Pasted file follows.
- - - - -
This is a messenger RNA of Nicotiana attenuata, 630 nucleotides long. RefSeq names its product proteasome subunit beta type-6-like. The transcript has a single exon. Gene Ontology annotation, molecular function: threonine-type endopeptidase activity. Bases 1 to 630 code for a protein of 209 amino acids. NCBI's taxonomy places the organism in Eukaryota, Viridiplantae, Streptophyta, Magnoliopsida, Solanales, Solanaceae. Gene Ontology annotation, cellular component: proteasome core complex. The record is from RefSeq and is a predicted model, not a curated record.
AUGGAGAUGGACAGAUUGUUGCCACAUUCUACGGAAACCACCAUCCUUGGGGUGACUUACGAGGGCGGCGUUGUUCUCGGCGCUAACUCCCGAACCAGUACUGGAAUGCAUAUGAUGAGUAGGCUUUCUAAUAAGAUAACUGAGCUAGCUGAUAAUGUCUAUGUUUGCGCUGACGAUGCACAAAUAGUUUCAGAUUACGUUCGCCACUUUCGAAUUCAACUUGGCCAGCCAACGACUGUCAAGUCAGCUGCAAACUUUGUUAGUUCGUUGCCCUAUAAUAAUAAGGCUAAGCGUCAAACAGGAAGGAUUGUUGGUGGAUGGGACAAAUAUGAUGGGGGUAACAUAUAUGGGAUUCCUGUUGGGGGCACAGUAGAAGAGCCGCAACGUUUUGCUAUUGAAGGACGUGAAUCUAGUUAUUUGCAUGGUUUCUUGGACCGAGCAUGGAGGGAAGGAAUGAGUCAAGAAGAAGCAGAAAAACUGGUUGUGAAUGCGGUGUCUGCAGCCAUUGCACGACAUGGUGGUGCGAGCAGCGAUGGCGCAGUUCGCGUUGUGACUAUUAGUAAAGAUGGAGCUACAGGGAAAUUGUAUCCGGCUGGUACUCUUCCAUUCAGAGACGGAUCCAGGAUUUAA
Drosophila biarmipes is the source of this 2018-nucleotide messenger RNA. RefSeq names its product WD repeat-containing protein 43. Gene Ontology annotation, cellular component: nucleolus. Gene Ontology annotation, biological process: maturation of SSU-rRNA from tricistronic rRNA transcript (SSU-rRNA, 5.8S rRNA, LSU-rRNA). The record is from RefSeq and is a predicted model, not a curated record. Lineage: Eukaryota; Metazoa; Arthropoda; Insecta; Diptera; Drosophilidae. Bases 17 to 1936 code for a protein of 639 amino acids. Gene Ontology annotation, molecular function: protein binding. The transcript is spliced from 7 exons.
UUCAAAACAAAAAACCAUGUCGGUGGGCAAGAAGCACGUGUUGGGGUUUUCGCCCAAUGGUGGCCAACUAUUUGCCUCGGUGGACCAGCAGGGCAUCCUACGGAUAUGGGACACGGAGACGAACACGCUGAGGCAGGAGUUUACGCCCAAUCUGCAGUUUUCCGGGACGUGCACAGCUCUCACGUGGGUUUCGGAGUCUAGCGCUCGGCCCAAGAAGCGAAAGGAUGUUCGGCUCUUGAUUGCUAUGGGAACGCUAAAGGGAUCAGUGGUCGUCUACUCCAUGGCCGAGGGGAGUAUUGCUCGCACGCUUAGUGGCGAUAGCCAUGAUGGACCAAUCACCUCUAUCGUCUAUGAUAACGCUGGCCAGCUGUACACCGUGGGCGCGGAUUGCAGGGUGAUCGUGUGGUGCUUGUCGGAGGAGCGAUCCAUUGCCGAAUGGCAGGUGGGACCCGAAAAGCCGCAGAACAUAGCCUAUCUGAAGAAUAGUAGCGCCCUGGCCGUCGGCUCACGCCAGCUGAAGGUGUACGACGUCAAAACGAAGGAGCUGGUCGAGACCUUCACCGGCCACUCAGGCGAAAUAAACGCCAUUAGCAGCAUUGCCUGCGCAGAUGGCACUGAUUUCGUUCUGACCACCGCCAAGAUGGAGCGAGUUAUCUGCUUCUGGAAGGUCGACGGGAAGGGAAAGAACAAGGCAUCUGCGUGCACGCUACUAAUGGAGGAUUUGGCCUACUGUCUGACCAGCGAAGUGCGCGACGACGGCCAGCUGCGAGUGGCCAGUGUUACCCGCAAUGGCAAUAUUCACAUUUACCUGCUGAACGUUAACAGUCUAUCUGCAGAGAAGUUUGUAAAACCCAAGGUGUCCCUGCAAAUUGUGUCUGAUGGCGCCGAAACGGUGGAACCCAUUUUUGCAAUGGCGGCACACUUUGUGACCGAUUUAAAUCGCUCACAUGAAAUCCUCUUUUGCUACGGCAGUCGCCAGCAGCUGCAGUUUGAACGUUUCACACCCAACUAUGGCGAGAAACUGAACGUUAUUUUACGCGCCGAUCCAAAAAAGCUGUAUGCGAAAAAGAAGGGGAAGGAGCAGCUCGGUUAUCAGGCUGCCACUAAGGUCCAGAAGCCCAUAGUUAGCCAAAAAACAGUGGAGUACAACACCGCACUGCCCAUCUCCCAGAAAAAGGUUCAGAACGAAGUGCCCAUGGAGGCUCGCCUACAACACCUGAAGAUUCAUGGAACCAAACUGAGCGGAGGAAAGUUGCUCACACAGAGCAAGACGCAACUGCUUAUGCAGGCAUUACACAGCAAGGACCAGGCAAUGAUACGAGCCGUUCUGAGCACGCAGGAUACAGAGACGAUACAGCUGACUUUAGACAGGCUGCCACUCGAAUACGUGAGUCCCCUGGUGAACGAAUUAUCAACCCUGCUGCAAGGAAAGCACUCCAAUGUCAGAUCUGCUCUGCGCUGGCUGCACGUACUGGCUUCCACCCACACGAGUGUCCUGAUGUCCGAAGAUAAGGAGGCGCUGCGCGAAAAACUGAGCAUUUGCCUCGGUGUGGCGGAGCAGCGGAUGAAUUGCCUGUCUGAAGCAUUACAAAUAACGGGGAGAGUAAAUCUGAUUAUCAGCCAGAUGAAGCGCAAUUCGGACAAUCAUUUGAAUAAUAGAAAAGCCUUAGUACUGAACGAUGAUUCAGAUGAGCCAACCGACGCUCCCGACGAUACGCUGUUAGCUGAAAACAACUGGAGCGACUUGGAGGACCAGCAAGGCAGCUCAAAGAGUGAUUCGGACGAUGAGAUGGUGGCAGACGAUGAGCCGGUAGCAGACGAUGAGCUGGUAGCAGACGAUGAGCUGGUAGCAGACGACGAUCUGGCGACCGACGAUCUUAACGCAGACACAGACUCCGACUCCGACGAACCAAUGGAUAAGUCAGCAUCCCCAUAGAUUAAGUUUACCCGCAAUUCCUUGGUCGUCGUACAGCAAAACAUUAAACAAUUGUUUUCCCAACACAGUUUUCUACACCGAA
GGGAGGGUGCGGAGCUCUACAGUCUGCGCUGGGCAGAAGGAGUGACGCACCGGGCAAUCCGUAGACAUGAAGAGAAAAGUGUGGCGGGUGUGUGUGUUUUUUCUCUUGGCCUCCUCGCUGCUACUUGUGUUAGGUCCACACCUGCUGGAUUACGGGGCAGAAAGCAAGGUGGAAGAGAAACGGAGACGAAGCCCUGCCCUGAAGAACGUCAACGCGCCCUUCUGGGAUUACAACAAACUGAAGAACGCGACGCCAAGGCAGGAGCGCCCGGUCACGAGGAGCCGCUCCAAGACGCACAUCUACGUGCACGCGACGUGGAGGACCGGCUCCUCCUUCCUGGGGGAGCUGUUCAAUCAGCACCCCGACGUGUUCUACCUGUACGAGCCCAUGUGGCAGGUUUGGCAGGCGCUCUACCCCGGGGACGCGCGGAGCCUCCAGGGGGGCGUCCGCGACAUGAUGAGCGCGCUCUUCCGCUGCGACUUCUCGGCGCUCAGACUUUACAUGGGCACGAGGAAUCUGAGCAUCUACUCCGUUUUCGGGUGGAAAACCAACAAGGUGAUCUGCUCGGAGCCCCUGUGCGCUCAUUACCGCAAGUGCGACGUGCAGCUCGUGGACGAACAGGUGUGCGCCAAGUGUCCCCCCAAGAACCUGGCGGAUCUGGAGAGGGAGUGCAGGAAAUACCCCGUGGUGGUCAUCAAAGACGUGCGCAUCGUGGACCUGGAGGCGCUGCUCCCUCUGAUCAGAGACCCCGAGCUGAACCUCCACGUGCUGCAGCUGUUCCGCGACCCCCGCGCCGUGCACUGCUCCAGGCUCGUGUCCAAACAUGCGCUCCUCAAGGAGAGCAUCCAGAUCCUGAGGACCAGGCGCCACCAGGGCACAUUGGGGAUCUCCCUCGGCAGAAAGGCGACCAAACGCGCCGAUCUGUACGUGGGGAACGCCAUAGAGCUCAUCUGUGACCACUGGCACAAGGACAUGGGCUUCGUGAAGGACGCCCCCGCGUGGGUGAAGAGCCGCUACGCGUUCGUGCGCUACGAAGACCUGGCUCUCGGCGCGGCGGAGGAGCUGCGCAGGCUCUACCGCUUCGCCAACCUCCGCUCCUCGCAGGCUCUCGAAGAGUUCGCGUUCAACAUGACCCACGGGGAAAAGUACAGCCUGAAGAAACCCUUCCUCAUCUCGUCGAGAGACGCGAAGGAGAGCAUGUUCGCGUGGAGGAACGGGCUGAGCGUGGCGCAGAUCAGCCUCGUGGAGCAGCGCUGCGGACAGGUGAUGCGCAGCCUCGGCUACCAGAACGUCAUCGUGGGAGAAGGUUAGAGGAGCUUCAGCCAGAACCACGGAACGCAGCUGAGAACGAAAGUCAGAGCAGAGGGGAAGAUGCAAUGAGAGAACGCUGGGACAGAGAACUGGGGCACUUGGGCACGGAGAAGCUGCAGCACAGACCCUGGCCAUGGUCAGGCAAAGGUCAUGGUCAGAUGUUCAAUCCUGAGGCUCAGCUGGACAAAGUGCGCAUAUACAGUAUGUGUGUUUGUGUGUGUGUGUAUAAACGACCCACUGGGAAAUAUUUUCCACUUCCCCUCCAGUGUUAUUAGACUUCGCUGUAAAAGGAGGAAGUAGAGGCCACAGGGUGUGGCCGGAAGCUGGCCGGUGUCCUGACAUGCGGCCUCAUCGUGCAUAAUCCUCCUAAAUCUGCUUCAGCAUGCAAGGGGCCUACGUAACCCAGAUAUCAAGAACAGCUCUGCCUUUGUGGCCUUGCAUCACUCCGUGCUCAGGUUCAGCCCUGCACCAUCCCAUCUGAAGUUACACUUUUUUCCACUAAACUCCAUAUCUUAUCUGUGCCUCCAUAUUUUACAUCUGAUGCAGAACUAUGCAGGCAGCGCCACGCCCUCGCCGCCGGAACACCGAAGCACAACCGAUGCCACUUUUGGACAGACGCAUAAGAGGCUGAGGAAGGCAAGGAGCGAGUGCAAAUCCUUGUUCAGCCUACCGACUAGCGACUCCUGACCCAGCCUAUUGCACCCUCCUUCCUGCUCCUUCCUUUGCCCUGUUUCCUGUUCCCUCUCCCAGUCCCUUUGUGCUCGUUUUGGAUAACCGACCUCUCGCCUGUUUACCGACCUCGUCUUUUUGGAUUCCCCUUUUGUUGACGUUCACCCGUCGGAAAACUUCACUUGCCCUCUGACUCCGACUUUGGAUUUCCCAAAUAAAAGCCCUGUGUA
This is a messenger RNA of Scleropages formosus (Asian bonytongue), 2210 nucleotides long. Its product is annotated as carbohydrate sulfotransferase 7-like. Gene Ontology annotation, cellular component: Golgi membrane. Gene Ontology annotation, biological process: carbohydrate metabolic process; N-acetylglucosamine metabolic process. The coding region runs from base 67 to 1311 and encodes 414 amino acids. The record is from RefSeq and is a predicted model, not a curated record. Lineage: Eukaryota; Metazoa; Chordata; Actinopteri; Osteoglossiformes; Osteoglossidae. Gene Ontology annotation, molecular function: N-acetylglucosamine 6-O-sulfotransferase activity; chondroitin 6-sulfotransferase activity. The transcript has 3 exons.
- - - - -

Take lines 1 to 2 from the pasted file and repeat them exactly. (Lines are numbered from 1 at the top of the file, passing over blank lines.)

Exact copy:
This is a messenger RNA of Nicotiana attenuata, 630 nucleotides long. RefSeq names its product proteasome subunit beta type-6-like. The transcript has a single exon. Gene Ontology annotation, molecular function: threonine-type endopeptidase activity. Bases 1 to 630 code for a protein of 209 amino acids. NCBI's taxonomy places the organism in Eukaryota, Viridiplantae, Streptophyta, Magnoliopsida, Solanales, Solanaceae. Gene Ontology annotation, cellular component: proteasome core complex. The record is from RefSeq and is a predicted model, not a curated record.
AUGGAGAUGGACAGAUUGUUGCCACAUUCUACGGAAACCACCAUCCUUGGGGUGACUUACGAGGGCGGCGUUGUUCUCGGCGCUAACUCCCGAACCAGUACUGGAAUGCAUAUGAUGAGUAGGCUUUCUAAUAAGAUAACUGAGCUAGCUGAUAAUGUCUAUGUUUGCGCUGACGAUGCACAAAUAGUUUCAGAUUACGUUCGCCACUUUCGAAUUCAACUUGGCCAGCCAACGACUGUCAAGUCAGCUGCAAACUUUGUUAGUUCGUUGCCCUAUAAUAAUAAGGCUAAGCGUCAAACAGGAAGGAUUGUUGGUGGAUGGGACAAAUAUGAUGGGGGUAACAUAUAUGGGAUUCCUGUUGGGGGCACAGUAGAAGAGCCGCAACGUUUUGCUAUUGAAGGACGUGAAUCUAGUUAUUUGCAUGGUUUCUUGGACCGAGCAUGGAGGGAAGGAAUGAGUCAAGAAGAAGCAGAAAAACUGGUUGUGAAUGCGGUGUCUGCAGCCAUUGCACGACAUGGUGGUGCGAGCAGCGAUGGCGCAGUUCGCGUUGUGACUAUUAGUAAAGAUGGAGCUACAGGGAAAUUGUAUCCGGCUGGUACUCUUCCAUUCAGAGACGGAUCCAGGAUUUAA